4.  Do I need to file with Buildings for an installation of any elevator device if it is in a private residence?
5.  Do I need a permit to renovate, remodel or remove an elevator?
6.  Where do I get the application forms to file for elevators/boilers?
7.  How do I get my elevator inspected and when will the inspectors arrive?
8.  I need someone to fix/repair my elevator.


1.  What is my elevator device number?

Your elevator device number is located on the inspection certificate located either in the elevator or in the building manager’s office. It identifies the type of elevator, the borough location and the number assigned to the device by the Department of Buildings.

2.  Do I have any violations on my elevator?

Research information through DOB NOW: Safety. See the June 2020 Service Notice for more information. Also review Resolving Department of Buildings Violations.

3.  Do I need a permit to install an elevator or boiler?

Yes. An elevator application permit must be filed through DOB NOW: Build. A boiler application (PW1) should be filed at 280 Broadway, 1st Floor, by your Contractor/boiler-installer.

4.  Do I need to file with Buildings for an installation of any elevator "device" if it is in a private residence?

Yes. You need to file with the Department of Buildings and have an initial inspection.

5.  Do I need a permit to renovate, remodel or remove an elevator?

Yes. An application permit must be filed through DOB NOW: Build.

6.  Where do I get the application forms to file for elevators/boilers?

The application to file for elevators is found in DOB NOW: Build. Application forms for boilers can be obtained at 280 Broadway, 1st Floor or at any borough office.

7.  How do I get my elevator inspected and when will the inspectors arrive?

The NYC Building Code requires three inspections within two years. Inspections are performed through a computerized routing system; specific inspection dates are not given to the public or owner. To register a complaint about an elevator, call 311.

8.  I need someone to fix/repair my elevator.

The Department of Buildings does not repair elevators; it only inspects them. To register a complaint about an elevator that is not working properly, call 311.



Retaining Wall FAQ
1.  What is the formal definition of the public-right-away?
2.  Does the definition of public right-of-way include entry courtyards or plazas that are open to the public but are on private property? What if such courtyards have gates that only allow for access by building occupants and guests?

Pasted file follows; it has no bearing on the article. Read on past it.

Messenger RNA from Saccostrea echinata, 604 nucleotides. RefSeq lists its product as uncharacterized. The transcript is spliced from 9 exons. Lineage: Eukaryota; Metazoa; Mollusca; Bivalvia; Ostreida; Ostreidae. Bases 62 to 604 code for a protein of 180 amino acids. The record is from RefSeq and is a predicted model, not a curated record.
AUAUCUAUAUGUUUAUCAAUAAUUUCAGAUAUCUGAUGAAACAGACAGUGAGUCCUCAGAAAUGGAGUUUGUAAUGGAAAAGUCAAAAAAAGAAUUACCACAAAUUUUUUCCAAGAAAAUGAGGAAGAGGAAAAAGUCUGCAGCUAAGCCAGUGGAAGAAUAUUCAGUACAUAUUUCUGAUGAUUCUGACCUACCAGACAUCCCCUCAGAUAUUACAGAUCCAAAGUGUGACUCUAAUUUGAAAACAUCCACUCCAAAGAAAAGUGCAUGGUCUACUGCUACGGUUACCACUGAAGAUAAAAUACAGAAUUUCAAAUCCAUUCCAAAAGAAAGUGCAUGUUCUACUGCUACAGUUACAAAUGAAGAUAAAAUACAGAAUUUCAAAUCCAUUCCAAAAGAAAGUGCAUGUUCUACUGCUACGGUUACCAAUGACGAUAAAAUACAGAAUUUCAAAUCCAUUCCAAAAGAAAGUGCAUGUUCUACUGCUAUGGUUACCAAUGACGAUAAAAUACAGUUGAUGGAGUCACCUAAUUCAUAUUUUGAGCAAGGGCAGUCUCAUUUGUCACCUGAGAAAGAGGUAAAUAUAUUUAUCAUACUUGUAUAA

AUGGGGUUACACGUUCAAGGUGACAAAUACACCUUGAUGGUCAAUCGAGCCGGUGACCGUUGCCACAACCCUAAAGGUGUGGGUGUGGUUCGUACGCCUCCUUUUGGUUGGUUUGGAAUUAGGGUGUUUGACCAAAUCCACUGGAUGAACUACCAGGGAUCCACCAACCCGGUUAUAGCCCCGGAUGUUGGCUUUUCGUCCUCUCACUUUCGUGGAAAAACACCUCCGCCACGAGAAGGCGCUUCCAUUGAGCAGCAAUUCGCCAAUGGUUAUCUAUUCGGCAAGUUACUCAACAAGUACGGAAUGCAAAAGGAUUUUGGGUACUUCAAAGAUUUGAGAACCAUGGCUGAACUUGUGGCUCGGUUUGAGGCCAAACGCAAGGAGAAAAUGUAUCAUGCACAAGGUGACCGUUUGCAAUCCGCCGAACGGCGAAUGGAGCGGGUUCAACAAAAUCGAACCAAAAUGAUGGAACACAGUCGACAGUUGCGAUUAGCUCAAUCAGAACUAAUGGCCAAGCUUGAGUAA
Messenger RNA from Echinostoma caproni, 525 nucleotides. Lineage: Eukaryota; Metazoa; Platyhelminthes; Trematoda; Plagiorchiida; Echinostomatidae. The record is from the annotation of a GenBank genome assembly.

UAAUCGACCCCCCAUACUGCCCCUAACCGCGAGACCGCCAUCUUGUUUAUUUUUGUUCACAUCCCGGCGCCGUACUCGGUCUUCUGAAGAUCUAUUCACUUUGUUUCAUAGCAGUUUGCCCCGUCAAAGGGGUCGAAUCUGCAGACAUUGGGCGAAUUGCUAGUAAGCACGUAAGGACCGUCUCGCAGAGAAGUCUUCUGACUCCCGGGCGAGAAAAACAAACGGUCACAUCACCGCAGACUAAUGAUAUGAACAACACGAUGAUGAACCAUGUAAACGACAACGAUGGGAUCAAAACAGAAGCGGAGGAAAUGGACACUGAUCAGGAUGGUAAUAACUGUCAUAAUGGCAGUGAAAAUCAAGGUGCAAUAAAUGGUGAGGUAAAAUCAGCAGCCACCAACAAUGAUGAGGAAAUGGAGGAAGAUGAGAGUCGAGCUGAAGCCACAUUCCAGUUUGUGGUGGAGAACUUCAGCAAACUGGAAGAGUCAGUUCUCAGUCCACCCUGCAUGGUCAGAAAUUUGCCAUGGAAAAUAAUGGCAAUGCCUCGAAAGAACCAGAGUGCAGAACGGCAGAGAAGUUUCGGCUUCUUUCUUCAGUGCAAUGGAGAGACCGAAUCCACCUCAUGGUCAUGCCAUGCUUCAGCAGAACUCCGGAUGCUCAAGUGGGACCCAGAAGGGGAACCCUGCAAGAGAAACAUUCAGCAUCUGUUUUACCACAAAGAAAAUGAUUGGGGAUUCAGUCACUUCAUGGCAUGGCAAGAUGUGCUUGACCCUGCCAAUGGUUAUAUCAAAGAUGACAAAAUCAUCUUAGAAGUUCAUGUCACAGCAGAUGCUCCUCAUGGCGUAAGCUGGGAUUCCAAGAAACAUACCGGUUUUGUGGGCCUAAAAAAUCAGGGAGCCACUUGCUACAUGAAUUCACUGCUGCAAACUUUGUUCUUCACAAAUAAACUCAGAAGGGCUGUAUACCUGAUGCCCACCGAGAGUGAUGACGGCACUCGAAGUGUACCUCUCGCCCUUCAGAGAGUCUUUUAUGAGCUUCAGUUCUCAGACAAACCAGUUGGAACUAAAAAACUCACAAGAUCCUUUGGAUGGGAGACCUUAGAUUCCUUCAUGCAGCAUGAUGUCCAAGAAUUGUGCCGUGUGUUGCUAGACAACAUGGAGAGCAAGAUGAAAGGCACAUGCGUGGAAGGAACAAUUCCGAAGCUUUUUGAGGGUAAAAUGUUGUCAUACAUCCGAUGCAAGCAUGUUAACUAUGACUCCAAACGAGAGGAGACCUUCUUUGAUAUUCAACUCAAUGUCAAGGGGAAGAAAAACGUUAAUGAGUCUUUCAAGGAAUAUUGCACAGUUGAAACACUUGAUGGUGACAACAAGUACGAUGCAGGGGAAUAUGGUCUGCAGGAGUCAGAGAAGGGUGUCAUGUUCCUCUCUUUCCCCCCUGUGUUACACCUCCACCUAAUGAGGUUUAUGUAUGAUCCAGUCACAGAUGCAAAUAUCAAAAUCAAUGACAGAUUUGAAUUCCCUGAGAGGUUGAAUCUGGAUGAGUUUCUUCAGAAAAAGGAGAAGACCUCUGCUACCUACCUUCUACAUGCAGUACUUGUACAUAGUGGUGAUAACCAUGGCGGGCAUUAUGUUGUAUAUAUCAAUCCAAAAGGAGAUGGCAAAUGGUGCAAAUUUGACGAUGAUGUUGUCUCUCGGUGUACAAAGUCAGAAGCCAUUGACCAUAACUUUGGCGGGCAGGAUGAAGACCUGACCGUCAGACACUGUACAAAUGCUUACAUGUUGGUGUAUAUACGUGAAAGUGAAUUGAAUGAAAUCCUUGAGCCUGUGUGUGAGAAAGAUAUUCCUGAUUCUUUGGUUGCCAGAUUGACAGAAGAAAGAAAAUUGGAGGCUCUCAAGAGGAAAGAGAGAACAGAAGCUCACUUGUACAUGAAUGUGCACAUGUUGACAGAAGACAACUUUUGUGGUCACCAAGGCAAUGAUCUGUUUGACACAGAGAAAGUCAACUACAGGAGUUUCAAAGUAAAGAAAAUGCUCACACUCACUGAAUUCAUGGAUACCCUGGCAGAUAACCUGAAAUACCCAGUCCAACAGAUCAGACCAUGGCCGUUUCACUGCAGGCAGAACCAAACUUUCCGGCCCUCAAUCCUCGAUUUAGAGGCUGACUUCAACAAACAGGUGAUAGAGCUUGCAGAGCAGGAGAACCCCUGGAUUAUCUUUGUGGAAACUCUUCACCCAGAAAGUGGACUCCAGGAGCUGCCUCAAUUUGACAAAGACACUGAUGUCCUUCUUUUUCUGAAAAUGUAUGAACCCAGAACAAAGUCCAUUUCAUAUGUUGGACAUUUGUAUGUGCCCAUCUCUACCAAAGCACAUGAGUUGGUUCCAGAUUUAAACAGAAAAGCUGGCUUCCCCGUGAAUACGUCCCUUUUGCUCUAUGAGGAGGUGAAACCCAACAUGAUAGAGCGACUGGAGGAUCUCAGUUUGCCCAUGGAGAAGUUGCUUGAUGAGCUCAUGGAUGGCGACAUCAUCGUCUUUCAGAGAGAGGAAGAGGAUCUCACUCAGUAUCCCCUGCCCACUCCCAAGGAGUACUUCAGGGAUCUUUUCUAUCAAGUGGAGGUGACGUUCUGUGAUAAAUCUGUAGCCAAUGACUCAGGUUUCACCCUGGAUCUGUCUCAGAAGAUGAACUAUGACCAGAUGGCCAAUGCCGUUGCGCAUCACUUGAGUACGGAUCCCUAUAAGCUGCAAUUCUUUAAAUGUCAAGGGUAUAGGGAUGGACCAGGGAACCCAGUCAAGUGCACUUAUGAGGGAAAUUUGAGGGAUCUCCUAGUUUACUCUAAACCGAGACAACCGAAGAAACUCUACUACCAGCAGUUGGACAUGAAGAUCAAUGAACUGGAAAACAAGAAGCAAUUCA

3.  My multi-family dwelling has multiple fire escapes directly adjacent to the rear (side) of the retaining wall(s). The egress pathway is not accessible to the general public. Do I need to file a TR16 report?
4.  The retaining wall in front of my residence/building is directly adjacent to the public sidewalk but is less than 10 feet in height. Do I need to file a TR16 report?
5.  How do I prove to DOB that my retaining wall is less than 10 feet in height?
6.  The retaining wall on the front of my property does not belong to my property. What do I need to submit to DOB regarding the ownership of the retaining wall?
7.  The retaining wall along the rear of my property is directly adjacent to train tracks. I believe that the wall belongs to NYC DOT/Metro-North/LIRR, and it is outside of my property. What do I need to submit to DOB regarding the ownership of the retaining wall?
8.  I have a retaining wall along the rear of my property that is not accessible by the general public. The height of the wall is over 10 feet in height. Do I need to file a TR16 report?
9.  Is there a fee for the filing of the RWIP11 forms requesting the removal of a DOB retaining wall violation?
10.  I know that the NYC Department of Buildings, has a retaining wall inspection program. Can the Department perform the retaining wall inspection under this program l?
11.  Can I include a check for the TR16 filing fees with my TR16 report?
12.  I have submitted a signed RWIP11 form with all the necessary attachments (i.e. property survey and photographs of my retaining wall), requesting the dismissal of my DOB retaining wall violation, but I have not received any response from the Department. How do I check the status of my retaining wall violation?
13.  Can I check the status of my retaining wall violation via the internet?
14.  Can my architect sign and seal the TR16 form? Do I need a professional engineer to sign the TR16 forms and the Retaining Wall Structural Assessment report?
15.  Can my Professional Engineer sign and seal only the TR16 form? Is the Retaining Wall Structural Assessment report also required?
16.  What generally needs to be included in the Retaining Wall Structural Assessment Report? Where can I get some guidance regarding what is to be included in the filing?
17.  I do not have any drawings for my retaining wall. Can I omit all the dimensions or show assumed dimensions in the TR16 filing drawings?
18.  How do I determine the actual dimensions of the retaining wall elements, If I do not have any drawings?
19.  Are detailed structural engineering calculations required as part of the Retaining Wall Structural Assessment Report??


1.  What is the formal definition of the public-right-away?

In accordance with 1RCNY §103-09 (a)(10) Public right-of way is defined as ‘A public highway, railroad, street, avenue, alley, public driveway, sidewalk, roadway or any other public place or public way.’

2.  Does the definition of public right-of-way include entry courtyards or plazas that are open to the public but are on private property? What if such courtyards have gates that only allow for access by building occupants and guests?

The elevation of a retaining wall is part of the public right-of-way if a member of the public who is not associated with the property in question can freely walk up to the façade of the building, even if that retaining wall is on private property.